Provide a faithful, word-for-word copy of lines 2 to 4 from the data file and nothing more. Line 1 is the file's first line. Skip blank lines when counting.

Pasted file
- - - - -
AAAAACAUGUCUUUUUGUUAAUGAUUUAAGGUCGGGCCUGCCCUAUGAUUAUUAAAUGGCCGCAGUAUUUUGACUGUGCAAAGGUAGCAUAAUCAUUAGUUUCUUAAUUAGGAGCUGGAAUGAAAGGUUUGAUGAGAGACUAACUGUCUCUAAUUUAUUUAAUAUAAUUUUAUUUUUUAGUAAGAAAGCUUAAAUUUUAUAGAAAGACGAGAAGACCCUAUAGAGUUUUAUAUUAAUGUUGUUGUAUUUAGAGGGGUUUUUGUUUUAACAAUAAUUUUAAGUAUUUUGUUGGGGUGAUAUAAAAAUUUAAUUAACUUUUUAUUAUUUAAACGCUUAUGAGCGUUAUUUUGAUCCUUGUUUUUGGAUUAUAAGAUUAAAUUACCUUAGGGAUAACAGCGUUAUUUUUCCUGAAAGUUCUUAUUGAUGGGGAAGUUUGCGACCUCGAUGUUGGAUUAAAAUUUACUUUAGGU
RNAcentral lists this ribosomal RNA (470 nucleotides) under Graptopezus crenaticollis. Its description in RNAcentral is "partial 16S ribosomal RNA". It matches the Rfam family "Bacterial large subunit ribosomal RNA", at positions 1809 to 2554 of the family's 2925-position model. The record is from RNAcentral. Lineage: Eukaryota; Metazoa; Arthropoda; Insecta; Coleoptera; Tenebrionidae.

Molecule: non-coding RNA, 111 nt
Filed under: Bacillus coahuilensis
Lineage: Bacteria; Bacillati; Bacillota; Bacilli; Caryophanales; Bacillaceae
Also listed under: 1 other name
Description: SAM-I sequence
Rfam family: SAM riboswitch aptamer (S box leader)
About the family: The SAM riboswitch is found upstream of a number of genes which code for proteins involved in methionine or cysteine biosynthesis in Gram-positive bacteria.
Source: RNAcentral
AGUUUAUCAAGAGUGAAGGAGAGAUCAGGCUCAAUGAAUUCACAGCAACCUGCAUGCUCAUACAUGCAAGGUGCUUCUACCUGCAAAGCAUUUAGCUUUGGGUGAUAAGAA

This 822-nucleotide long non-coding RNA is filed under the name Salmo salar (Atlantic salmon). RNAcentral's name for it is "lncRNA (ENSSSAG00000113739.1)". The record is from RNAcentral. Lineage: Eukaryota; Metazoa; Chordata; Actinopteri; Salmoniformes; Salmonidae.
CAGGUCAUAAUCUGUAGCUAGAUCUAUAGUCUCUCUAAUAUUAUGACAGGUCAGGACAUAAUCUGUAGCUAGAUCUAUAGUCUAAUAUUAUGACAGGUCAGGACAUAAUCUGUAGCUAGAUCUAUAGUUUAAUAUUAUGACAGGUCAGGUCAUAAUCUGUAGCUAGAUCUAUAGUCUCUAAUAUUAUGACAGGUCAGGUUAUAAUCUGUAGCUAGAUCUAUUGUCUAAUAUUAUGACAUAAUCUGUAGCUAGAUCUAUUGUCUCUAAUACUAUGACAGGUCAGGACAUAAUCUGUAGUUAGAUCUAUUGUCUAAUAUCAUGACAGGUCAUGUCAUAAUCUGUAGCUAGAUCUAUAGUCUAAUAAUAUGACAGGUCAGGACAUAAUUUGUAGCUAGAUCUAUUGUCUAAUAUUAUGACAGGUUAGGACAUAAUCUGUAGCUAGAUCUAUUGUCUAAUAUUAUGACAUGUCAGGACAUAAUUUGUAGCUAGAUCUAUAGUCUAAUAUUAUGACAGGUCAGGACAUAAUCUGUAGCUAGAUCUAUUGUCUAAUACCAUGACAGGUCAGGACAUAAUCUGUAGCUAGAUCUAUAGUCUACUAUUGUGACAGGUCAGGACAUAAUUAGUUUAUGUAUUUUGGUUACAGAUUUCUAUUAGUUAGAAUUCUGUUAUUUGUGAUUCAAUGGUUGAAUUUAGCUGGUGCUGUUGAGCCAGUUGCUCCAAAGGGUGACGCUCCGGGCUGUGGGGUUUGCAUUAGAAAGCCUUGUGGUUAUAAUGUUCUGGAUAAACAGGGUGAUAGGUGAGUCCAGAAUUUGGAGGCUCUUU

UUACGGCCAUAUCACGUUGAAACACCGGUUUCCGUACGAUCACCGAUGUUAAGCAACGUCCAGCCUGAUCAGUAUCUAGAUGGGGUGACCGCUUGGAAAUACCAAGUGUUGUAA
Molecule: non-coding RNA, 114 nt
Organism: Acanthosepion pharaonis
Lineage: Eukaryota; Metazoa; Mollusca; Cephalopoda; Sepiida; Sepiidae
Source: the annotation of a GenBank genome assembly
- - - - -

RNAcentral lists this ribosomal RNA (470 nucleotides) under Graptopezus crenaticollis. Its description in RNAcentral is "partial 16S ribosomal RNA". It matches the Rfam family "Bacterial large subunit ribosomal RNA", at positions 1809 to 2554 of the family's 2925-position model. The record is from RNAcentral. Lineage: Eukaryota; Metazoa; Arthropoda; Insecta; Coleoptera; Tenebrionidae.

Molecule: non-coding RNA, 111 nt
Filed under: Bacillus coahuilensis